Does Art Imitate Nature?

By Charlotte Bruce Harvey '78 / January / February 2007
February 12th, 2007

In early October, as if out of nowhere, an immense pile of brush appeared on the Front Cam-pus—the kind of thicket that makes you wonder if a tree had come down overnight.


Before the pile stood Patrick Dougherty, a lanky sculptor with a thick shock of white hair, a plaid flannel shirt, jeans, and heavy, well-worn leather gloves. He explained that he was weaving the branches into the shape of blocks, which would appear to tumble across the grass among the elms. As he demonstrated how he anchors the corner branches like fence posts, a half-dozen students wheeled up on bicycles, which they tied to another elm tree with bungee cords. The students were helping Dougherty with his latest installation, a sculpture that will stand in front of Slater Hall for the next year or two—or three—until nature renders it too ragged to stay.

Dougherty is an itinerant sculptor of sorts who travels around the world weaving basketlike installations for a fee of $14,000 plus expenses. He was invited to Brown by the Committee on Public Art, having built a similar sculpture at Smith, where President Ruth Simmons was among its admirers.


“The maple are the reddish color, and the willow are green,” explains Jo-Ann Conklin, who runs the Bell Gallery and masterminded the project. Some of the brush for the project came from an East Providence site slated for development, and some came from a landscaper who’d cleared land five years ago, never planted it, and consequently had a nice stand of flexible young growth.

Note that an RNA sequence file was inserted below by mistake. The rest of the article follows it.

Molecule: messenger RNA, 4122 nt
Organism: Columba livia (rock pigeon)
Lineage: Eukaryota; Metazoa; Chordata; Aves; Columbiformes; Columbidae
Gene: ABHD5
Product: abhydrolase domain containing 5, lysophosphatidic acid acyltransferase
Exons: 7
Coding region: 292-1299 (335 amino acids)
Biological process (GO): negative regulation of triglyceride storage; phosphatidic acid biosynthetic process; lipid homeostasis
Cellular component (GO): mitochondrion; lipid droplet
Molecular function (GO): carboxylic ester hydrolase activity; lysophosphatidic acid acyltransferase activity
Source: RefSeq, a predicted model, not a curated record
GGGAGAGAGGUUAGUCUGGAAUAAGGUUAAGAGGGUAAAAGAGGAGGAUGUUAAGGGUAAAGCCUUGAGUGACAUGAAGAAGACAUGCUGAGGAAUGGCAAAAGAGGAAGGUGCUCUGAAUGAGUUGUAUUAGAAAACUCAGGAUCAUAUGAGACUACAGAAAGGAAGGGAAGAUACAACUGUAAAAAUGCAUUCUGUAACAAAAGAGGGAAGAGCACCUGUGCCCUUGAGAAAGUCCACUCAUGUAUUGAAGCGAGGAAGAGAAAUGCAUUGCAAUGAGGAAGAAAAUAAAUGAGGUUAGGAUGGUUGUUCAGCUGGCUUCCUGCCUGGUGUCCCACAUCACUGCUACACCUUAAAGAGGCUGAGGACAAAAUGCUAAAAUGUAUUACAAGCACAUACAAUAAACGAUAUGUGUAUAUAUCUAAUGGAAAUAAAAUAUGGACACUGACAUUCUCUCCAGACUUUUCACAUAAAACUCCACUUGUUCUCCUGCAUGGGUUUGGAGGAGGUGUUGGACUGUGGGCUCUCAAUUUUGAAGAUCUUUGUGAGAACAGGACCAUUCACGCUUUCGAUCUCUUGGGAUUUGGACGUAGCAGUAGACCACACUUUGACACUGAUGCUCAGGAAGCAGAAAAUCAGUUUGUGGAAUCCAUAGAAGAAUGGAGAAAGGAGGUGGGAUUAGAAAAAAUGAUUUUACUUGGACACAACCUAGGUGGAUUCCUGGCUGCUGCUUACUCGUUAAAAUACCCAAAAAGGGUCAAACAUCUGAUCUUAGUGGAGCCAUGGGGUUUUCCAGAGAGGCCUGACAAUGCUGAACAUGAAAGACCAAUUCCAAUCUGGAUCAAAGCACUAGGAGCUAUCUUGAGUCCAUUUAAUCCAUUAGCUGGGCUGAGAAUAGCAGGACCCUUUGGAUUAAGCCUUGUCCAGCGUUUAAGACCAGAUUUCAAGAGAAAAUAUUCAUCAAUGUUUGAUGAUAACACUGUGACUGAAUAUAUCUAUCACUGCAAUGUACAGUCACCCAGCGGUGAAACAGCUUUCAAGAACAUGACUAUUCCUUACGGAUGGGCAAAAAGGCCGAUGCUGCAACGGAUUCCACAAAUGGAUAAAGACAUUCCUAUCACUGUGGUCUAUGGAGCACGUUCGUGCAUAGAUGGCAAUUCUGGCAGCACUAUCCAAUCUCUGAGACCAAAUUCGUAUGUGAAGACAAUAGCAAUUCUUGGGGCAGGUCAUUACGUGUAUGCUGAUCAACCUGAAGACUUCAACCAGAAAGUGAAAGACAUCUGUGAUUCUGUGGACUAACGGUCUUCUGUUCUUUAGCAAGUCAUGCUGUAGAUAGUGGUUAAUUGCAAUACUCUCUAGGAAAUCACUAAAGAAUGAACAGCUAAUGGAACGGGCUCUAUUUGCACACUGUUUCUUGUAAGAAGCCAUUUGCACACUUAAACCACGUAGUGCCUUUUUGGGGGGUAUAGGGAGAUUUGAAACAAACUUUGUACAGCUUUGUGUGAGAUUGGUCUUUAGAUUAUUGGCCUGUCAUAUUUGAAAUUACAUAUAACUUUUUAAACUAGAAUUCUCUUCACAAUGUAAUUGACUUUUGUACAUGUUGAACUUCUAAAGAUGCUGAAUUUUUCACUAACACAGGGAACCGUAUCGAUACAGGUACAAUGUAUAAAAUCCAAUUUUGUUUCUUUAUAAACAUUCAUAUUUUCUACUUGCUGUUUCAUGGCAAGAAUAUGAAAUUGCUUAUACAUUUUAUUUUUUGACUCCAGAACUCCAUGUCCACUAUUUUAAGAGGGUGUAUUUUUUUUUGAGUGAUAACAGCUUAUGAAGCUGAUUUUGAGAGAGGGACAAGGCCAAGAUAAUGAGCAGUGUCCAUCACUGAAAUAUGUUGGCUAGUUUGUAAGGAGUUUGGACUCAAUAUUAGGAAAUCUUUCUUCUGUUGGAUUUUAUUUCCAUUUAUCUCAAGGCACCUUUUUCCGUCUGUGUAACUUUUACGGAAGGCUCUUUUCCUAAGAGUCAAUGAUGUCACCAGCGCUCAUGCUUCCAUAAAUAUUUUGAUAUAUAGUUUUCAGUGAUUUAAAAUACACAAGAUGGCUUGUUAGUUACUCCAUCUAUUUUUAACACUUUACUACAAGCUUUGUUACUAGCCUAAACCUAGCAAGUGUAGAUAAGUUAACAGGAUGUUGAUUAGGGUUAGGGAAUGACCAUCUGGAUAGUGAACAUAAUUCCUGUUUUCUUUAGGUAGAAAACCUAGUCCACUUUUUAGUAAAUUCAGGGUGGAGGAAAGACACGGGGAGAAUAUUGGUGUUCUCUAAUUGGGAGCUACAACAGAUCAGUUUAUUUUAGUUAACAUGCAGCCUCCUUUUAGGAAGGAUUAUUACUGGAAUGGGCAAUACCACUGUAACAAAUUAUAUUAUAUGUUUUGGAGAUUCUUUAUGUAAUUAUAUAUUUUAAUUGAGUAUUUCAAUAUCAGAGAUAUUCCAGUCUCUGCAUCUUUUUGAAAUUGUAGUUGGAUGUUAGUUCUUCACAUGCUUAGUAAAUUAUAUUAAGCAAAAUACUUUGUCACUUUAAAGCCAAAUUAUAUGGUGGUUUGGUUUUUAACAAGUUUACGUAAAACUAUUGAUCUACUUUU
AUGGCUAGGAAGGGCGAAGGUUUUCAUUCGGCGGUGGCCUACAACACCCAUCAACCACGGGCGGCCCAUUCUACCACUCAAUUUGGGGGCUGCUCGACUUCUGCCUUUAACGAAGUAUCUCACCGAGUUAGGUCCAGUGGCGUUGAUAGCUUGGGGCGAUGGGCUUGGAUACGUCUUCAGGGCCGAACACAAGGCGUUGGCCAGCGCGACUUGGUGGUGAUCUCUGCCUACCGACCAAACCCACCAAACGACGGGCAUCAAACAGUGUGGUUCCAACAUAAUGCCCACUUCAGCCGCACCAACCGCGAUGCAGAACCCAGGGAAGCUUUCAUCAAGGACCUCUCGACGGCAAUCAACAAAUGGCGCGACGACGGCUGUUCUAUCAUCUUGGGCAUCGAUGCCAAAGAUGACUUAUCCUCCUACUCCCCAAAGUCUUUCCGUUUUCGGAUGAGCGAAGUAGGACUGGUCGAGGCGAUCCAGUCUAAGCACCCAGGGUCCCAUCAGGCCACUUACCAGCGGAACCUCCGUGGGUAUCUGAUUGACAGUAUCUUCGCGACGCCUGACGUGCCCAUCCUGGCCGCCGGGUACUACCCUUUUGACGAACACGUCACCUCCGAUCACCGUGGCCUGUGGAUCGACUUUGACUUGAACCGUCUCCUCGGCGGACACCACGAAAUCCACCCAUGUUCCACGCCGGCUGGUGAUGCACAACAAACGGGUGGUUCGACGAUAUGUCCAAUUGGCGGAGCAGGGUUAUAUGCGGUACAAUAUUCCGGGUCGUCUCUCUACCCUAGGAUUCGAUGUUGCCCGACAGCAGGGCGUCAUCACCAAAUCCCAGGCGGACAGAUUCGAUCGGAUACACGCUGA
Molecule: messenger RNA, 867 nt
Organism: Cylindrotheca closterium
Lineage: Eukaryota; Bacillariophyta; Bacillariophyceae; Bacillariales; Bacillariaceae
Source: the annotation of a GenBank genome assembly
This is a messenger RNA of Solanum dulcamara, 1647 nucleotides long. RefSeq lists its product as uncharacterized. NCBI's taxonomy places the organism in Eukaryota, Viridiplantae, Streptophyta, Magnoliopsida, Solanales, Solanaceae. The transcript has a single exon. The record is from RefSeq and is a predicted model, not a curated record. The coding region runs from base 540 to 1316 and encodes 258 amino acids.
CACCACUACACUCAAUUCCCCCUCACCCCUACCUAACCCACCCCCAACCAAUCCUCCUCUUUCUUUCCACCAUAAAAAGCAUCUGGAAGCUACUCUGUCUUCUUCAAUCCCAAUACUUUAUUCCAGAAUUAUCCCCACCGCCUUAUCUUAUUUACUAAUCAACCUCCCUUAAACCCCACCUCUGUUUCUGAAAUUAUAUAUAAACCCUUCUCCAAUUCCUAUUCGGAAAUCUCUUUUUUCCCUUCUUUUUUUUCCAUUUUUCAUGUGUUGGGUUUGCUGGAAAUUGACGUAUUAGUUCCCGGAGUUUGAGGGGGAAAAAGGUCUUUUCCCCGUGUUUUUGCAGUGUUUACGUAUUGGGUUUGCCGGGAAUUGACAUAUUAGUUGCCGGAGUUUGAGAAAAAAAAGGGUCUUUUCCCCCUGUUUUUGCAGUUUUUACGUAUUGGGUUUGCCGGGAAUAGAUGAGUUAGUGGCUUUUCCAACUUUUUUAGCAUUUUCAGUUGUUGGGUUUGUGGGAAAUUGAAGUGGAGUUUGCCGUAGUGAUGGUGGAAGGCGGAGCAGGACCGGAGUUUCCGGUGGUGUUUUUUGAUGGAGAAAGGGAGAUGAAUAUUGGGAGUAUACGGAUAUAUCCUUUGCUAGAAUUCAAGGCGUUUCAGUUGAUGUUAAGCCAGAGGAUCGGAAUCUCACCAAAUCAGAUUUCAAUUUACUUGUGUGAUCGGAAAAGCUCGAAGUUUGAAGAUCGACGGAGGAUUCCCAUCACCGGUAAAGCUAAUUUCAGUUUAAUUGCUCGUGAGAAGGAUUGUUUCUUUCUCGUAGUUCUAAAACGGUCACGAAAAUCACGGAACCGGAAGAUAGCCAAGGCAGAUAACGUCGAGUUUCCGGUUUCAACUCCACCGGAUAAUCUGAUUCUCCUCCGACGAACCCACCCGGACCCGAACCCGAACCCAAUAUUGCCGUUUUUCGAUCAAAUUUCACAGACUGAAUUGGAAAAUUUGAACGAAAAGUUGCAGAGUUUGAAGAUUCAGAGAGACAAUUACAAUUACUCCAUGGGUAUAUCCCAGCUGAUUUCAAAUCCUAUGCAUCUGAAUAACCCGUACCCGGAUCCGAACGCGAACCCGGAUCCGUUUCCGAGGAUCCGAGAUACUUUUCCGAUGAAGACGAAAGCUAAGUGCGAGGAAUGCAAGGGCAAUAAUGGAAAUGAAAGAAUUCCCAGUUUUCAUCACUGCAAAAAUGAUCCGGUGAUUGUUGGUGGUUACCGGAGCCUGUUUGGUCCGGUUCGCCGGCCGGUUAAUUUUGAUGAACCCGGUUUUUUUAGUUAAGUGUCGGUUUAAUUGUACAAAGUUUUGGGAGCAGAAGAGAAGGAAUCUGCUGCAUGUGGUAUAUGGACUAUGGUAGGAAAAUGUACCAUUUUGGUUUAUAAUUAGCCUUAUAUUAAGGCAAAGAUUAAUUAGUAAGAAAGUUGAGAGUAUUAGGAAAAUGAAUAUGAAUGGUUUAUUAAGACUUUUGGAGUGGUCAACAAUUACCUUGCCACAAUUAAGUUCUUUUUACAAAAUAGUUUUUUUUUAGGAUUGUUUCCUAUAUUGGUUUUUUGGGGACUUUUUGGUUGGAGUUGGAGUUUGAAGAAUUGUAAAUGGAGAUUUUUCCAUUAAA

“We all became expert at bending, to see if the branches could be woven,” Conklin says.” She also handled the paperwork, including permissions, no small task in a city. The piece couldn’t be located too near buildings, she says, and it is treated with fire retardant.

A week or two after Dougherty and his student apprentices had begun weaving, the bones of the boxes were already becoming indistinct, as they were entwined with canes that swirled around them like bittersweet vines. By the end of the month, giggling children ran among the blocks, poking their heads in and out of porthole-like windows and playing hide and seek. They looked like gnomes in a hobbit house, and passersby grinned and giggled to themselves. Art can do that to you.

—Charlotte Bruce Harvey

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January / February 2007